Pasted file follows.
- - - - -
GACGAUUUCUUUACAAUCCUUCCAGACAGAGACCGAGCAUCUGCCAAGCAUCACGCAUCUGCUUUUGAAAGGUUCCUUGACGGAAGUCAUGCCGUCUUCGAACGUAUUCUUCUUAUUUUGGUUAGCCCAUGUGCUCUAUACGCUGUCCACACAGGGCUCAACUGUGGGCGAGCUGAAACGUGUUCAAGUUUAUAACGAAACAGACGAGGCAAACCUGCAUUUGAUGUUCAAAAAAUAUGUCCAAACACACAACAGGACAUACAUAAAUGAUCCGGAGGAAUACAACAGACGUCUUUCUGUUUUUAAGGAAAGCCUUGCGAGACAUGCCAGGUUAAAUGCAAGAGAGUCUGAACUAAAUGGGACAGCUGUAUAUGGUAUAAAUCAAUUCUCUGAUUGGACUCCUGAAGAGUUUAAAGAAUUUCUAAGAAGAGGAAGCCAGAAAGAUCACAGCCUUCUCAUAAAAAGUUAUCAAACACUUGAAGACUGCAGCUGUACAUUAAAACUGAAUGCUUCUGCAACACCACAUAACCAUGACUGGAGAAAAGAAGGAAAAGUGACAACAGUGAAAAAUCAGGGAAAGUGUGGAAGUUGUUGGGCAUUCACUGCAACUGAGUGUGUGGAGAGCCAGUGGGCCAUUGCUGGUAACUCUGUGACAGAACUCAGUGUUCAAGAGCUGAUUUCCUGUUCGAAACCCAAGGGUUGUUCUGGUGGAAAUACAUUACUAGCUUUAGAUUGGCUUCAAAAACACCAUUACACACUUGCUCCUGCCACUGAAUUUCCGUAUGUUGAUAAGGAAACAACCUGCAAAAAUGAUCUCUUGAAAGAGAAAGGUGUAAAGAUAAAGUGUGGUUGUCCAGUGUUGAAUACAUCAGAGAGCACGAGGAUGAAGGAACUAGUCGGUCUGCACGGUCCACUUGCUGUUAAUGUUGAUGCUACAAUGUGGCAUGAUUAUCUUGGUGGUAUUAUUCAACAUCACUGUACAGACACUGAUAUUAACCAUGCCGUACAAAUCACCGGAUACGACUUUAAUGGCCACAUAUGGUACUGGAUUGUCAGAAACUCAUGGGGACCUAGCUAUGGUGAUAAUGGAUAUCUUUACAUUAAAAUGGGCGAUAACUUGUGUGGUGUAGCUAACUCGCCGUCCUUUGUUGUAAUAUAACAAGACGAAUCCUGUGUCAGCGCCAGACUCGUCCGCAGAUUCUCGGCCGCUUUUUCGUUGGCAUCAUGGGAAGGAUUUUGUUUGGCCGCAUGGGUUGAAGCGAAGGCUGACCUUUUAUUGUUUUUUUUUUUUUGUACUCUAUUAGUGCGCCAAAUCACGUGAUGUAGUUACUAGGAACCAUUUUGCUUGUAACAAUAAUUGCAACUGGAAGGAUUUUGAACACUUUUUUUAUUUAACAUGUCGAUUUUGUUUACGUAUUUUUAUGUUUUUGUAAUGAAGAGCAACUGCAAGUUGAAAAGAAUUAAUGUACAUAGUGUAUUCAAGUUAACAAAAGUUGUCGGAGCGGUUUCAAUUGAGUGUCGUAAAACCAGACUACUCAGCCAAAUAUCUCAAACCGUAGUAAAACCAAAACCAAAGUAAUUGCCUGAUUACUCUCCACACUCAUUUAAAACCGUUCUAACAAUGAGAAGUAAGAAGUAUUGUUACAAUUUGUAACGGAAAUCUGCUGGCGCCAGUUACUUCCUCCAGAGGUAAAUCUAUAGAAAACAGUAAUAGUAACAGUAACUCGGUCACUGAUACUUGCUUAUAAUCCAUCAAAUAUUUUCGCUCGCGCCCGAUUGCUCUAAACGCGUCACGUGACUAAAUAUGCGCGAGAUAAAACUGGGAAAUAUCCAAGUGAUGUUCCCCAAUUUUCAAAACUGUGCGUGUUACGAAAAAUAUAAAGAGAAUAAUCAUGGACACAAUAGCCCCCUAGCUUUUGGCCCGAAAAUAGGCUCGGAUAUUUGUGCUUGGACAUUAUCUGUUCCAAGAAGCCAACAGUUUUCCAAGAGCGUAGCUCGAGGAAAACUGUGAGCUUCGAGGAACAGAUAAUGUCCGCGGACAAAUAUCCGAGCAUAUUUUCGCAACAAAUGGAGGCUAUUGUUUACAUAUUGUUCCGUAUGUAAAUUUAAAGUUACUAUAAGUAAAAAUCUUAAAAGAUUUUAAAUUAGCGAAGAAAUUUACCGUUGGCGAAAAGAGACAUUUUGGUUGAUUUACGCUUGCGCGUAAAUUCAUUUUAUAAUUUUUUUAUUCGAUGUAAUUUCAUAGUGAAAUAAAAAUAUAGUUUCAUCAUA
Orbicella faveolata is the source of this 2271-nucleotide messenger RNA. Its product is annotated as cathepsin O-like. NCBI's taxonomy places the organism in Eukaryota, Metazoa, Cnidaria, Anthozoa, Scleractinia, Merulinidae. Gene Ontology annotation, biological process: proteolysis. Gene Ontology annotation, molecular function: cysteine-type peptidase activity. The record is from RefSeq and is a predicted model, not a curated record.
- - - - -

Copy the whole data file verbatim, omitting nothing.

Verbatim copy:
GACGAUUUCUUUACAAUCCUUCCAGACAGAGACCGAGCAUCUGCCAAGCAUCACGCAUCUGCUUUUGAAAGGUUCCUUGACGGAAGUCAUGCCGUCUUCGAACGUAUUCUUCUUAUUUUGGUUAGCCCAUGUGCUCUAUACGCUGUCCACACAGGGCUCAACUGUGGGCGAGCUGAAACGUGUUCAAGUUUAUAACGAAACAGACGAGGCAAACCUGCAUUUGAUGUUCAAAAAAUAUGUCCAAACACACAACAGGACAUACAUAAAUGAUCCGGAGGAAUACAACAGACGUCUUUCUGUUUUUAAGGAAAGCCUUGCGAGACAUGCCAGGUUAAAUGCAAGAGAGUCUGAACUAAAUGGGACAGCUGUAUAUGGUAUAAAUCAAUUCUCUGAUUGGACUCCUGAAGAGUUUAAAGAAUUUCUAAGAAGAGGAAGCCAGAAAGAUCACAGCCUUCUCAUAAAAAGUUAUCAAACACUUGAAGACUGCAGCUGUACAUUAAAACUGAAUGCUUCUGCAACACCACAUAACCAUGACUGGAGAAAAGAAGGAAAAGUGACAACAGUGAAAAAUCAGGGAAAGUGUGGAAGUUGUUGGGCAUUCACUGCAACUGAGUGUGUGGAGAGCCAGUGGGCCAUUGCUGGUAACUCUGUGACAGAACUCAGUGUUCAAGAGCUGAUUUCCUGUUCGAAACCCAAGGGUUGUUCUGGUGGAAAUACAUUACUAGCUUUAGAUUGGCUUCAAAAACACCAUUACACACUUGCUCCUGCCACUGAAUUUCCGUAUGUUGAUAAGGAAACAACCUGCAAAAAUGAUCUCUUGAAAGAGAAAGGUGUAAAGAUAAAGUGUGGUUGUCCAGUGUUGAAUACAUCAGAGAGCACGAGGAUGAAGGAACUAGUCGGUCUGCACGGUCCACUUGCUGUUAAUGUUGAUGCUACAAUGUGGCAUGAUUAUCUUGGUGGUAUUAUUCAACAUCACUGUACAGACACUGAUAUUAACCAUGCCGUACAAAUCACCGGAUACGACUUUAAUGGCCACAUAUGGUACUGGAUUGUCAGAAACUCAUGGGGACCUAGCUAUGGUGAUAAUGGAUAUCUUUACAUUAAAAUGGGCGAUAACUUGUGUGGUGUAGCUAACUCGCCGUCCUUUGUUGUAAUAUAACAAGACGAAUCCUGUGUCAGCGCCAGACUCGUCCGCAGAUUCUCGGCCGCUUUUUCGUUGGCAUCAUGGGAAGGAUUUUGUUUGGCCGCAUGGGUUGAAGCGAAGGCUGACCUUUUAUUGUUUUUUUUUUUUUGUACUCUAUUAGUGCGCCAAAUCACGUGAUGUAGUUACUAGGAACCAUUUUGCUUGUAACAAUAAUUGCAACUGGAAGGAUUUUGAACACUUUUUUUAUUUAACAUGUCGAUUUUGUUUACGUAUUUUUAUGUUUUUGUAAUGAAGAGCAACUGCAAGUUGAAAAGAAUUAAUGUACAUAGUGUAUUCAAGUUAACAAAAGUUGUCGGAGCGGUUUCAAUUGAGUGUCGUAAAACCAGACUACUCAGCCAAAUAUCUCAAACCGUAGUAAAACCAAAACCAAAGUAAUUGCCUGAUUACUCUCCACACUCAUUUAAAACCGUUCUAACAAUGAGAAGUAAGAAGUAUUGUUACAAUUUGUAACGGAAAUCUGCUGGCGCCAGUUACUUCCUCCAGAGGUAAAUCUAUAGAAAACAGUAAUAGUAACAGUAACUCGGUCACUGAUACUUGCUUAUAAUCCAUCAAAUAUUUUCGCUCGCGCCCGAUUGCUCUAAACGCGUCACGUGACUAAAUAUGCGCGAGAUAAAACUGGGAAAUAUCCAAGUGAUGUUCCCCAAUUUUCAAAACUGUGCGUGUUACGAAAAAUAUAAAGAGAAUAAUCAUGGACACAAUAGCCCCCUAGCUUUUGGCCCGAAAAUAGGCUCGGAUAUUUGUGCUUGGACAUUAUCUGUUCCAAGAAGCCAACAGUUUUCCAAGAGCGUAGCUCGAGGAAAACUGUGAGCUUCGAGGAACAGAUAAUGUCCGCGGACAAAUAUCCGAGCAUAUUUUCGCAACAAAUGGAGGCUAUUGUUUACAUAUUGUUCCGUAUGUAAAUUUAAAGUUACUAUAAGUAAAAAUCUUAAAAGAUUUUAAAUUAGCGAAGAAAUUUACCGUUGGCGAAAAGAGACAUUUUGGUUGAUUUACGCUUGCGCGUAAAUUCAUUUUAUAAUUUUUUUAUUCGAUGUAAUUUCAUAGUGAAAUAAAAAUAUAGUUUCAUCAUA
Orbicella faveolata is the source of this 2271-nucleotide messenger RNA. Its product is annotated as cathepsin O-like. NCBI's taxonomy places the organism in Eukaryota, Metazoa, Cnidaria, Anthozoa, Scleractinia, Merulinidae. Gene Ontology annotation, biological process: proteolysis. Gene Ontology annotation, molecular function: cysteine-type peptidase activity. The record is from RefSeq and is a predicted model, not a curated record.